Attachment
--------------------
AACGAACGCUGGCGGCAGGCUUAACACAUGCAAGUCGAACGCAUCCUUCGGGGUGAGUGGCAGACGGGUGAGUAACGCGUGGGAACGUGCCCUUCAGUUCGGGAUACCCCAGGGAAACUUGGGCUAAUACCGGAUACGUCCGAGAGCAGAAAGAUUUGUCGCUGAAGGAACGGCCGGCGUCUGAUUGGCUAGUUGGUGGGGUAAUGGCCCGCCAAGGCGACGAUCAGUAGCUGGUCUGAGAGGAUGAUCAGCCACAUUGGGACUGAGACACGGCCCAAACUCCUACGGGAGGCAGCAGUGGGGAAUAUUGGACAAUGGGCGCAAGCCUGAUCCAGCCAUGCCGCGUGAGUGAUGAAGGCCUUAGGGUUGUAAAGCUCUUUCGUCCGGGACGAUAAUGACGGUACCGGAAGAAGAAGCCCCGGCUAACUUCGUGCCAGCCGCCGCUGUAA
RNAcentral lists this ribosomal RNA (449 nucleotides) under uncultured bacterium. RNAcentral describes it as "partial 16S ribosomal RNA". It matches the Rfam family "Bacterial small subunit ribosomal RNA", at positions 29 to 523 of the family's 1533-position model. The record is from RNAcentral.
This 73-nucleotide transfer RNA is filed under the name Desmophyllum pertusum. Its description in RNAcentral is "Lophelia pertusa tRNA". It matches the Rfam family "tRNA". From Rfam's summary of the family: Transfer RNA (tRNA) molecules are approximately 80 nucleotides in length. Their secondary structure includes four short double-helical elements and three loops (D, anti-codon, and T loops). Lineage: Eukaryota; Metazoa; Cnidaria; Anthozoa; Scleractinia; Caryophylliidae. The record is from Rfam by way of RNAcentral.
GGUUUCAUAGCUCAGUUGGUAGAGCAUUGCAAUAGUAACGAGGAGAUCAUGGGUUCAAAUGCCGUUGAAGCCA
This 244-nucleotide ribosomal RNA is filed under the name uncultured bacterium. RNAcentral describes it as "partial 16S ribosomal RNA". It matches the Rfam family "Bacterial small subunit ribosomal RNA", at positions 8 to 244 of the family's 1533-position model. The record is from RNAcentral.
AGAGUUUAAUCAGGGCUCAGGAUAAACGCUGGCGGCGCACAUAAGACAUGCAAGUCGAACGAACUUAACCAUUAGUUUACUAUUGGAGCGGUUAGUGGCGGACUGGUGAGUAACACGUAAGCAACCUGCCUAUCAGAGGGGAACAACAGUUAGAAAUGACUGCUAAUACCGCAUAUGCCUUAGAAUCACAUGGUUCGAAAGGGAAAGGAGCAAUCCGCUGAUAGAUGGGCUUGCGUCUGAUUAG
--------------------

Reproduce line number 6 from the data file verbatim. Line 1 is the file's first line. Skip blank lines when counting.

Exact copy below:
AGAGUUUAAUCAGGGCUCAGGAUAAACGCUGGCGGCGCACAUAAGACAUGCAAGUCGAACGAACUUAACCAUUAGUUUACUAUUGGAGCGGUUAGUGGCGGACUGGUGAGUAACACGUAAGCAACCUGCCUAUCAGAGGGGAACAACAGUUAGAAAUGACUGCUAAUACCGCAUAUGCCUUAGAAUCACAUGGUUCGAAAGGGAAAGGAGCAAUCCGCUGAUAGAUGGGCUUGCGUCUGAUUAG